Archive | July, 2007

Orbiting the blogosphere V

Before the incident’s Leonard David reported that the Scaled, Northrop Grumman buyout will not be finalised till August. One wonders what the implications of the apparent industrial accident at Scaled means for that.

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Confirmation Bias: Subtle but lethal

Photo credit: AP NTSB investigators yesterday offered up a perfectly plausible explanation for why two very seasoned airline pilots on a perfectly dawning summer morning pulled their perfectly fit CRJ100 regional jet onto a tragically unfit runway (too short) and ploughed into trees and other obstacles before coming to rest a half mile from the […]

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The TAM accident: when getting answers makes you ask questions

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Orbiting the blogosphere IV

And here Yang Liwei talked obtusely about space walk training, but you could have read about that here on months ago.

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A day late (or try six months) and a dollar (or a coupla million) short

“I’m stunned,” he had said when I broke the news to him back in February

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Understanding the Sao Paulo Tam air crash

Safety has again been brought to the forefront after yesterday’s ill-fated TAM A320 crash in Sao Paolo. The event is indeed deeply tragic; an Airbus A320 aircraft skidded off the runway onto a busy road,killing nearly 200 people,including some people on the ground as the aircraft spilled onto a petrol station. Although explanations of the […]

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Orbiting the blogosphere III

Perhaps this was the last straw that led former Shuttle astronaut and the agency’s associate administrator for the exploration systems mission directorate, Scott “Doc” Horowitz, to decide to “spend more time with this family.” In the UK this is code for politicians that have stepped down due to a scandal. Have the Ares I crew launch vehicle’s rumoured issues of insufficient first stage thrust persuaded Doc he gave birth to a lame duck?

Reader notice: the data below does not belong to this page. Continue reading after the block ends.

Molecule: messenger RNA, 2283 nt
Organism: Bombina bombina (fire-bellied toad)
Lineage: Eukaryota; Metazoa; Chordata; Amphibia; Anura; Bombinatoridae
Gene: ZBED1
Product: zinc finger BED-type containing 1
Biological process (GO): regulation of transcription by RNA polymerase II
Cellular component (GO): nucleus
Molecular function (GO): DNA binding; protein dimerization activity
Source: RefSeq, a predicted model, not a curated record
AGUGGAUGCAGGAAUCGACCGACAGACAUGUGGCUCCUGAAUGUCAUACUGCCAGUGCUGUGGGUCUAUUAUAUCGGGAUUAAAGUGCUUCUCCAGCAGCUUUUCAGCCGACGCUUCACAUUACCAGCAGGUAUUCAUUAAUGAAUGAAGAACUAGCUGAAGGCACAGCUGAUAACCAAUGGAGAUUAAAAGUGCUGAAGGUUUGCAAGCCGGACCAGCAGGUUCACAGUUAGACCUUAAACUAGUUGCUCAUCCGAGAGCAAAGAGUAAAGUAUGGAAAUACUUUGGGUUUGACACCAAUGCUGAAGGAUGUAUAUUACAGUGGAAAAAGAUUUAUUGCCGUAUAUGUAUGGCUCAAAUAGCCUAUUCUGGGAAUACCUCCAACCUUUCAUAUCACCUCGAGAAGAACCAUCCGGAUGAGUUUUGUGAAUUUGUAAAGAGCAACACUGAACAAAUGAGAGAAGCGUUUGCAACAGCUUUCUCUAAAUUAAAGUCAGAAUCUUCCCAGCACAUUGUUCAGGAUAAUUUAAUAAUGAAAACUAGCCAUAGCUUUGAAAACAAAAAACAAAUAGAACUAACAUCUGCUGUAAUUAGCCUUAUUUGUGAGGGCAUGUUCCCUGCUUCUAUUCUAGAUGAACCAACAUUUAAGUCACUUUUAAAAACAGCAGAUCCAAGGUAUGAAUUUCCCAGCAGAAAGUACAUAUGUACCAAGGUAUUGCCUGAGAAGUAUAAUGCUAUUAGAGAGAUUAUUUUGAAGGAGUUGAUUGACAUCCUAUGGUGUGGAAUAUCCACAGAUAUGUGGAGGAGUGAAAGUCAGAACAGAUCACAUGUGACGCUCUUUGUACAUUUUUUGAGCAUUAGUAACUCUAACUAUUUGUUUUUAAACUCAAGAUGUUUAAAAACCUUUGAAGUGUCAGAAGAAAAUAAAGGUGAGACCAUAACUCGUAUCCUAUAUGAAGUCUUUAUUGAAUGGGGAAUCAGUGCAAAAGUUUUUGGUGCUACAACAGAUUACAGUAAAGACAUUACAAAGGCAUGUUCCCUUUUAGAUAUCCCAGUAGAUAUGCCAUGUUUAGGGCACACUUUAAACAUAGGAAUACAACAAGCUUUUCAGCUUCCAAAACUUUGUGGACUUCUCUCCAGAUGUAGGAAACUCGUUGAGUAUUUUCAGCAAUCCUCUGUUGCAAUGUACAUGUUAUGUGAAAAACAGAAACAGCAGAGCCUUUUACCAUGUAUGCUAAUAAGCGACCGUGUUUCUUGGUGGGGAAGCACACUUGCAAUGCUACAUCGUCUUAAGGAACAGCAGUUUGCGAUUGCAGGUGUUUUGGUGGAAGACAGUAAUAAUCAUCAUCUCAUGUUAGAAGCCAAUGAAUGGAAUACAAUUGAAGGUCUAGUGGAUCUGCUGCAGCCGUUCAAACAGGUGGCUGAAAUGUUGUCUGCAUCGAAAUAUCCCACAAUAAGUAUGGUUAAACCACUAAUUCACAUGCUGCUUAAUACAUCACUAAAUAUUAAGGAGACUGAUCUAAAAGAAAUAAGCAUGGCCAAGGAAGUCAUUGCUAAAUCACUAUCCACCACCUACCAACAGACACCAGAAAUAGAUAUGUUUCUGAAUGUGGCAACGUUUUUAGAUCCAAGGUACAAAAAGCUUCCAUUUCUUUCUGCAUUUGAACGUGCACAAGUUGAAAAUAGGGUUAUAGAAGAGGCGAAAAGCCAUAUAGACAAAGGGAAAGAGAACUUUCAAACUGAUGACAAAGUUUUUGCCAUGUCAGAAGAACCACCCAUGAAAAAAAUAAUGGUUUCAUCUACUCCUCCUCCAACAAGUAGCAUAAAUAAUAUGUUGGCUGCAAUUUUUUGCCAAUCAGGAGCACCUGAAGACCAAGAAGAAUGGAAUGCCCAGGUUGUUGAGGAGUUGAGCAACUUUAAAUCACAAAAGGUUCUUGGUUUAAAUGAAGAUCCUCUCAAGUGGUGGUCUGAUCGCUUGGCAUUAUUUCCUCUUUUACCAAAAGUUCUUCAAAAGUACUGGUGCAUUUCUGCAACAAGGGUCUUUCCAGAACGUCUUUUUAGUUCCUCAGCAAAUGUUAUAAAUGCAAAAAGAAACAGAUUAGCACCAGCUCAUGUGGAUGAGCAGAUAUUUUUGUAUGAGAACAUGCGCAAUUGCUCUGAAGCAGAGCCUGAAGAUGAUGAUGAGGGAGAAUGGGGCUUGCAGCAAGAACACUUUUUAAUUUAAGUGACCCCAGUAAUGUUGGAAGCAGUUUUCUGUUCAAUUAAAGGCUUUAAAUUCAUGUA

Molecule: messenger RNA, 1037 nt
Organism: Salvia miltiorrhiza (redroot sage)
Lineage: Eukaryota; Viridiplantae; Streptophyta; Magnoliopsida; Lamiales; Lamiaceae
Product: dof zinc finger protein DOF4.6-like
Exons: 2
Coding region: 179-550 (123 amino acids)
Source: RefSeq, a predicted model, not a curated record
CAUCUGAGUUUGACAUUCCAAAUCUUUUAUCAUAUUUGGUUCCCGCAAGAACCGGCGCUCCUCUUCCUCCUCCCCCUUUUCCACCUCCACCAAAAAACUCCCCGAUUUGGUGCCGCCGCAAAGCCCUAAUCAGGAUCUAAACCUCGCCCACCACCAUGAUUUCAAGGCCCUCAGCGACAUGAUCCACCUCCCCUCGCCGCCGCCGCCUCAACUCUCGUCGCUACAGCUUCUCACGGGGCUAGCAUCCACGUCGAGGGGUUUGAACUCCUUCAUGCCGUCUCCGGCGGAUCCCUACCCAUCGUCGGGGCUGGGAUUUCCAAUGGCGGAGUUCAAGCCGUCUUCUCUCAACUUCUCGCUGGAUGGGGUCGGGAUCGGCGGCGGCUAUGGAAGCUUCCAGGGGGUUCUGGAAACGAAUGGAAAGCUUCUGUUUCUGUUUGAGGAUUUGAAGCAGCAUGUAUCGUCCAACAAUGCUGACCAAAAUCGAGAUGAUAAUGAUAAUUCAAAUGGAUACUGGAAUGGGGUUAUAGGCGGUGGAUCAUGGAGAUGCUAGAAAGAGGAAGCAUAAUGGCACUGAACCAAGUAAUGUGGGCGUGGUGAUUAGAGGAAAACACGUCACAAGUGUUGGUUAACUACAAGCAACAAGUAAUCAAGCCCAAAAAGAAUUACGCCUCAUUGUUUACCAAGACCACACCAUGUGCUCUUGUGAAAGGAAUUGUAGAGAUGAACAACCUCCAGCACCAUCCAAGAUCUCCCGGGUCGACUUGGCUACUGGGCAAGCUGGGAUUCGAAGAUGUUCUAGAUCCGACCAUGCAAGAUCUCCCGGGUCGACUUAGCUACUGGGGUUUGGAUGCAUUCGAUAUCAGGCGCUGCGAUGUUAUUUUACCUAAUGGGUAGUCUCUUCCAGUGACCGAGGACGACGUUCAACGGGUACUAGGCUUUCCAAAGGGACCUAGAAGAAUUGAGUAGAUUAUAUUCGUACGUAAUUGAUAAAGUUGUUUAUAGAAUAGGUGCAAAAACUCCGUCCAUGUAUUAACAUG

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Flight’s prestigious “don’t try this at home” award

Following hot on the heels of Friday’s special “points for trying” award from the static display at the Royal International Air Tattoo, the German army has again shown its ability to impress, this time by securing the inaugural “don’t try this at home” prize. Regular air show goers will be well used to seeing transport […]

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Bargain basement engine protection

Raytheon Systems’ well-documented woes during the development phase of the UK’s airborne stand-off radar programme – which have included the inadvertent destruction of the five-aircraft fleet’s first dual-mode surveillance radar and difficulties in installing radomes on recent examples – appear to have reached a new low point. As this image of the UK’s first in-service […]

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Flight’s prestigious “points for trying” award

It is with great pleasure that I can announce the winner of Flight’s prestigious “points for trying” award from the Friday warm-up day for this year’s Royal International Air Tattoo goes to the crew of the German army Sikorsky CH-53K transport helicopter. Aircrews have never been particularly shy around females, but special mention must be […]

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